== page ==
PGCon2012 - Slide release #12

PGCon 2012
The PostgreSQL Conference

Speakers
Alex Ming Lai
Marty Brandon
Schedule
Day Talks - 2 - Friday - 2012-05-18
Room MRT 205
Start time 11:30
Duration 01:00
Info
ID 426
Event type Lecture
Track DBA
Language used for presentation English
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Monitoring Ozone Levels with Postgresql

Database Streaming Replication and Monitoring

Postgres is used to manage data from the Ozone Monitoring Instrument aboard NASA's Aura spacecraft. The database implementation must handle large volumes of complex data transmitted continually from the satellite and generated by processing-intensive analyses performed by a team of atmospheric scientists. This talk will describe the architecture and some of the challenges faced. Focus will be given to our replication efforts, software developed for monitoring, and ongoing work to create a decentralized network of services commnicating through a RESTful interface.

NASA and its international partners operate several Earth observing satellites that closely follow one after another along the same orbital track. This coordinated group of satellites, is called the Afternoon Constellation, or "A-Train" (http://atrain.nasa.gov/), for short. Four satellites currently fly in the A-Train: Aqua, CloudSat, CALIPSO, and Aura. Each satellite has one or more observational instruments that are used together in the construction of high-definition three-dimensional images of the Earth's atmosphere and to monitor changes over time. Aura's instruments include the Ozone Monitoring Instrument (OMI). Data management and processing services for data harvested by OMI are provided by the OMI Science Support Team headquartered at Goddard Space Flight Center.

Raw OMI data is received and initially processed at a ground station in Finland, then ingested into the system, where it is analyzed by scientists who submit processing jobs. Earth Science Data Types (ESDTs) are the products of these jobs, and one of the principal types of data managed in the database. Complex and abstract, ESDTs represent the interface between the raw science data and the data management system, and more than 900 are currently defined.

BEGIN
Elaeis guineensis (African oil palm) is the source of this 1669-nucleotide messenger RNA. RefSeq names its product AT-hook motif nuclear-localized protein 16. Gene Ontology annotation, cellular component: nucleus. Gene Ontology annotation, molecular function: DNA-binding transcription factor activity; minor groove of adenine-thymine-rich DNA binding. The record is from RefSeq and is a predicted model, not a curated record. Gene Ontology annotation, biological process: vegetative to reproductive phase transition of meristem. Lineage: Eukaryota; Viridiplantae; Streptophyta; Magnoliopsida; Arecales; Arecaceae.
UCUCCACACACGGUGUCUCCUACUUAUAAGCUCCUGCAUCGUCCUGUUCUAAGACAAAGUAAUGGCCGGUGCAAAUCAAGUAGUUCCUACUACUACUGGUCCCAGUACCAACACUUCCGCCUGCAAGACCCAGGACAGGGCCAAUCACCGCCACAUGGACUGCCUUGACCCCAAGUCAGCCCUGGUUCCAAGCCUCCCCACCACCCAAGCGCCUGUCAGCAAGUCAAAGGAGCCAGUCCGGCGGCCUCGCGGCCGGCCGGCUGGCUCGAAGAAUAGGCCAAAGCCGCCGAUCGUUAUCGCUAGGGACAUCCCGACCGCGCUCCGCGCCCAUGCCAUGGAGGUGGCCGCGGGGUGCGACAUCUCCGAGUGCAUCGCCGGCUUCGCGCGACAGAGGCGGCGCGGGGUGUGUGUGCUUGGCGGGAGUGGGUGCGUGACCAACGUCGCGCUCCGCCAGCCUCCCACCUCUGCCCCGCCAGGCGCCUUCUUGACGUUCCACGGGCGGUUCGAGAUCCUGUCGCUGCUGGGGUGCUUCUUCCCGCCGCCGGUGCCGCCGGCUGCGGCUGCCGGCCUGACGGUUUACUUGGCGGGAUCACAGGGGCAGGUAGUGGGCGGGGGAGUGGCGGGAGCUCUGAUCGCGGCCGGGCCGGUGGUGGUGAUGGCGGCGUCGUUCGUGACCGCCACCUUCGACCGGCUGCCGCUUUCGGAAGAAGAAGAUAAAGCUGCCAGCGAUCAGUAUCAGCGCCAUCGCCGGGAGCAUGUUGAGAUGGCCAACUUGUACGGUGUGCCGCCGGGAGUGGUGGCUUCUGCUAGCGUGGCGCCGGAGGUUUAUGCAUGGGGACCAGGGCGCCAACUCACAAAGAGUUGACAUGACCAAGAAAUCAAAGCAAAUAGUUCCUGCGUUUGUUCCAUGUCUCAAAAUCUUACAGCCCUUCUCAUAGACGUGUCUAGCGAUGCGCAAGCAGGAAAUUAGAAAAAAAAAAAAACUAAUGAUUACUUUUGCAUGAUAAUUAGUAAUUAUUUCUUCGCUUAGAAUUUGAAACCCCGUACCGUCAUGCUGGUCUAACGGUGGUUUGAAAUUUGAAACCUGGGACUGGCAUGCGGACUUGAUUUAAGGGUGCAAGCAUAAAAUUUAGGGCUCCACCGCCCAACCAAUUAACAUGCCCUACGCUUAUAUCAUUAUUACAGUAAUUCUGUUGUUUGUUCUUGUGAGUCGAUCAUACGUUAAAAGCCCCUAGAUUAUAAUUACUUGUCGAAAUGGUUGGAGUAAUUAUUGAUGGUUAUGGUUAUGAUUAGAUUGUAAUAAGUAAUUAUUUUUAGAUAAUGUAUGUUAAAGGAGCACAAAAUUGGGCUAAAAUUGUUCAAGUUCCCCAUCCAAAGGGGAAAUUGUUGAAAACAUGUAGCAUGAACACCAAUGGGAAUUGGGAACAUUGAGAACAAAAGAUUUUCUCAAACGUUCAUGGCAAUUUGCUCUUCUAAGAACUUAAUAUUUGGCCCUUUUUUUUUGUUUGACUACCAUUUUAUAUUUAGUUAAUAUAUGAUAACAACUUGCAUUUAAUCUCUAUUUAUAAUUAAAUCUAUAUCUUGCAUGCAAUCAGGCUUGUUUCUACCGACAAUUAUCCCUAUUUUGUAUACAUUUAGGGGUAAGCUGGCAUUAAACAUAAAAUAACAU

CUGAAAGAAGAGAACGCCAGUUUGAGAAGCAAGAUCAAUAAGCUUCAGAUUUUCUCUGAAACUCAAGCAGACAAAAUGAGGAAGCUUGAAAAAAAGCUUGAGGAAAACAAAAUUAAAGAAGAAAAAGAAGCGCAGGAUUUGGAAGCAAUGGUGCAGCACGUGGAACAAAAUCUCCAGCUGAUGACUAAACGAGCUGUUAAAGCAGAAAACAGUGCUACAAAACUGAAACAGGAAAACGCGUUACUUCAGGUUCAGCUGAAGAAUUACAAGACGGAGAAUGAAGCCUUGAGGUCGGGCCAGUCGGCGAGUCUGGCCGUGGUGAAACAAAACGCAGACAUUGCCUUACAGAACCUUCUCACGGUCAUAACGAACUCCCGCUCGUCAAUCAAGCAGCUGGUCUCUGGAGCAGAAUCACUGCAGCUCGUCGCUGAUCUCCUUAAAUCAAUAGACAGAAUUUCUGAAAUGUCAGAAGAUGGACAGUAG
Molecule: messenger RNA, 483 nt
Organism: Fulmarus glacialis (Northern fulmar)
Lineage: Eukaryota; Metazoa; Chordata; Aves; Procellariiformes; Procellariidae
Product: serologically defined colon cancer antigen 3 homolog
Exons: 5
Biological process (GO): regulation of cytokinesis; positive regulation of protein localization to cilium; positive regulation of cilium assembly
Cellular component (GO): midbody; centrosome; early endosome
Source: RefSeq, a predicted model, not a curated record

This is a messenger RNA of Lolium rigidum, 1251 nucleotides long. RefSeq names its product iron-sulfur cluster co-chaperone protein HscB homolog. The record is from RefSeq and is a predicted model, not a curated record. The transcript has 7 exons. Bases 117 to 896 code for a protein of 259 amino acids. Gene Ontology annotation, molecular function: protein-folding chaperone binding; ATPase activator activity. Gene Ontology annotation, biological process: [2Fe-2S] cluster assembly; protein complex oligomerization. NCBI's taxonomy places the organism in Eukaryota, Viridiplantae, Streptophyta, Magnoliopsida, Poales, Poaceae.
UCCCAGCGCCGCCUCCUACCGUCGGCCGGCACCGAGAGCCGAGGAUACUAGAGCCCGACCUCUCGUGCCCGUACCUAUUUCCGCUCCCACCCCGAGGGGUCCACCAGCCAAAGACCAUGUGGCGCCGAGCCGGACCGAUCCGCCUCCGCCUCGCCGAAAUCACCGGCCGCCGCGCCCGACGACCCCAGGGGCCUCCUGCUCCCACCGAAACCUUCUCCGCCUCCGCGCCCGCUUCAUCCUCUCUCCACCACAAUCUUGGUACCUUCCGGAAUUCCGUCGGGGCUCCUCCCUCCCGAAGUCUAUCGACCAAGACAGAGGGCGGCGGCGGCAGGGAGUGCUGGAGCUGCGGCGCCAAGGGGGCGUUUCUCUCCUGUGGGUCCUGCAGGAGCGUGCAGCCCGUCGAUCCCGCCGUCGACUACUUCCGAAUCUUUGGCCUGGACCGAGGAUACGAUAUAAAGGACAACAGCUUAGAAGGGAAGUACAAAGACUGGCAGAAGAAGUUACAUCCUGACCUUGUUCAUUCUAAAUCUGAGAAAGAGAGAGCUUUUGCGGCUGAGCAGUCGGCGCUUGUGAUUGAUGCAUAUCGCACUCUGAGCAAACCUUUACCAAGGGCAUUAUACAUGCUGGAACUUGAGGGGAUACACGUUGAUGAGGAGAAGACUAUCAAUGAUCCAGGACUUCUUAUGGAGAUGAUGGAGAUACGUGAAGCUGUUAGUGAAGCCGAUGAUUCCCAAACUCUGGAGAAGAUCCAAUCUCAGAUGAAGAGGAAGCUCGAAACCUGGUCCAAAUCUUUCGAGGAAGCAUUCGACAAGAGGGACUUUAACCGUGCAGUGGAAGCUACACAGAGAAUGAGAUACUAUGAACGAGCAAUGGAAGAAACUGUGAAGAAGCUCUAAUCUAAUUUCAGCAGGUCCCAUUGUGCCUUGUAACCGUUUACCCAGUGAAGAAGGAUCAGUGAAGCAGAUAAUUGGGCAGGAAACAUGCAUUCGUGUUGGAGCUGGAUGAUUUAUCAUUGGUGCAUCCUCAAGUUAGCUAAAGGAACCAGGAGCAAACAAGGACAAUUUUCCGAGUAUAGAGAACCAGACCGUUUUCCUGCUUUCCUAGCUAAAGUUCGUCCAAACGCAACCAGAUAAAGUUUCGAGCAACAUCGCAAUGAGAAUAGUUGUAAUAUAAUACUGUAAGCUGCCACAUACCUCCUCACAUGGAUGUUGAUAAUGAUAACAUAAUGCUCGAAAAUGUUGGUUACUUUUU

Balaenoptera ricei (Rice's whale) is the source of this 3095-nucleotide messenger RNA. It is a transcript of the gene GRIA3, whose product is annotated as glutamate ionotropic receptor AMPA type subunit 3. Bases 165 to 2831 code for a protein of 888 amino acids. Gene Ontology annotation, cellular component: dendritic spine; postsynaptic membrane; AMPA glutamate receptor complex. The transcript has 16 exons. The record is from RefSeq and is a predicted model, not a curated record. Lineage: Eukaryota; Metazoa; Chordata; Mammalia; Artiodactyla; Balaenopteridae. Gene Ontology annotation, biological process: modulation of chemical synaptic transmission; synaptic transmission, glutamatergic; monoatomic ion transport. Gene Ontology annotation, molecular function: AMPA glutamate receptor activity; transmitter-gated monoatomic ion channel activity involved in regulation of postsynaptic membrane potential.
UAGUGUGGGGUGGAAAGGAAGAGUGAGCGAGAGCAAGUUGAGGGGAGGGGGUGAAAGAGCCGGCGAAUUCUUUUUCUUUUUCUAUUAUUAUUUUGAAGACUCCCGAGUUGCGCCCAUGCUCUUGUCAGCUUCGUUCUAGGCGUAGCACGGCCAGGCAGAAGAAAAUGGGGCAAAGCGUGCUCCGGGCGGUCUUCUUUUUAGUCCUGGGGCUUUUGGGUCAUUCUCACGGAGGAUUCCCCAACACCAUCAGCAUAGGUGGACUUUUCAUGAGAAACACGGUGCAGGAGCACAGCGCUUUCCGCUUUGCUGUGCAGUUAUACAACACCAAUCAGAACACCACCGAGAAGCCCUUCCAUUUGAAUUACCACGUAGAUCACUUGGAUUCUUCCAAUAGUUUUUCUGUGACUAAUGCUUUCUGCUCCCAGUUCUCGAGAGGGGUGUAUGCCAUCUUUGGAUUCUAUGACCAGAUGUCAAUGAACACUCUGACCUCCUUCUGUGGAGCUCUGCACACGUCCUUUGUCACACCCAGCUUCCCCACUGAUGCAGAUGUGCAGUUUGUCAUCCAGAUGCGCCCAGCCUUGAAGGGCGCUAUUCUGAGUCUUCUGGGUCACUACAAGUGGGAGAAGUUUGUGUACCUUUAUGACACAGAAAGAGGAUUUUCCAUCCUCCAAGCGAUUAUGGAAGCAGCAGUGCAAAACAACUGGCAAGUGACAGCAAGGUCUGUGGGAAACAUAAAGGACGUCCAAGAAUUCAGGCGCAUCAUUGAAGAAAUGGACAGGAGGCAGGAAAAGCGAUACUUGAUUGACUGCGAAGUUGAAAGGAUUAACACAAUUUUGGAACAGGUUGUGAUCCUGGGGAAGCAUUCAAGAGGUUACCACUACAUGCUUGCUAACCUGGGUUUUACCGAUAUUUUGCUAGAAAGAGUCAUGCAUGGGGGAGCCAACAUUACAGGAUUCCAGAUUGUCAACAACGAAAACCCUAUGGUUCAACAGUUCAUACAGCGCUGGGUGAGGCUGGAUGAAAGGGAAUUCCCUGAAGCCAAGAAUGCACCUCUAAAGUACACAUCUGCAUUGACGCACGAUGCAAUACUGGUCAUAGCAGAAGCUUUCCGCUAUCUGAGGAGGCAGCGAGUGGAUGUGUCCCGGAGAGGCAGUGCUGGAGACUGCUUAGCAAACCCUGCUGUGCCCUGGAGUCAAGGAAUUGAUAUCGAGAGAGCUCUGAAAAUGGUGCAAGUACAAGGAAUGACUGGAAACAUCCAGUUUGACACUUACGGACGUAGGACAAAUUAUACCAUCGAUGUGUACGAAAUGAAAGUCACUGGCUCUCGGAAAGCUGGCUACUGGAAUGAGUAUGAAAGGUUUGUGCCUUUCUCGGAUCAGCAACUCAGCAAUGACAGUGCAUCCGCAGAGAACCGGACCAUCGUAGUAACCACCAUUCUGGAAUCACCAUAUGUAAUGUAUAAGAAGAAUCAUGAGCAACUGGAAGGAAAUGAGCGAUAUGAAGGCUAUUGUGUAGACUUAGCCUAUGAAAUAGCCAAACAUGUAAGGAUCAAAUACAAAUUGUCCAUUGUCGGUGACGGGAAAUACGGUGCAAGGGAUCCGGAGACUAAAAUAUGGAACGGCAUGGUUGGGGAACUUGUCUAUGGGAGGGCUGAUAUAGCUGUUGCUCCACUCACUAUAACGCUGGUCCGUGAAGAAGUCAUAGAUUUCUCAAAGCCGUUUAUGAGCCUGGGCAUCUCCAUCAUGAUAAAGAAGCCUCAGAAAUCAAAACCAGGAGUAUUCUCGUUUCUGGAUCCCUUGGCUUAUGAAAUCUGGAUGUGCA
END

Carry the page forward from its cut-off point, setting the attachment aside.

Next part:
Our current database implementation includes 10 clusters, each running Postgres 9.0.4, and divided into three production levels: development, testing, and operations. The central operations cluster handles on average about 200 commit statements per second, contains tables as large as 160 million rows, and is configured for streaming replication. New data is continually being added to the system, and the total quantitiy is increasing at a rate of about 60% per year. This influx of data, in addition to scientific analyses, can cause the load on the database to vary suddenly, and monitoring software has been developed to provide early warning of potential problems.

The latest implementation of our software architecture uses decentralized services communicating through a RESTful interface. Databases are bundled together with their software component, and schema changes are managed using patch files. A utility has been created to apply the patches, and ensure schema consistency as the databases are amended. Perl's Rose-DB is used as an object-relational mapper, and database queries, via HTTP requests, are supported by encoding the query information into JSON. The new platform uses a different data model, making it necessary to sync between the two representations, and causing some difficulty with data duplication.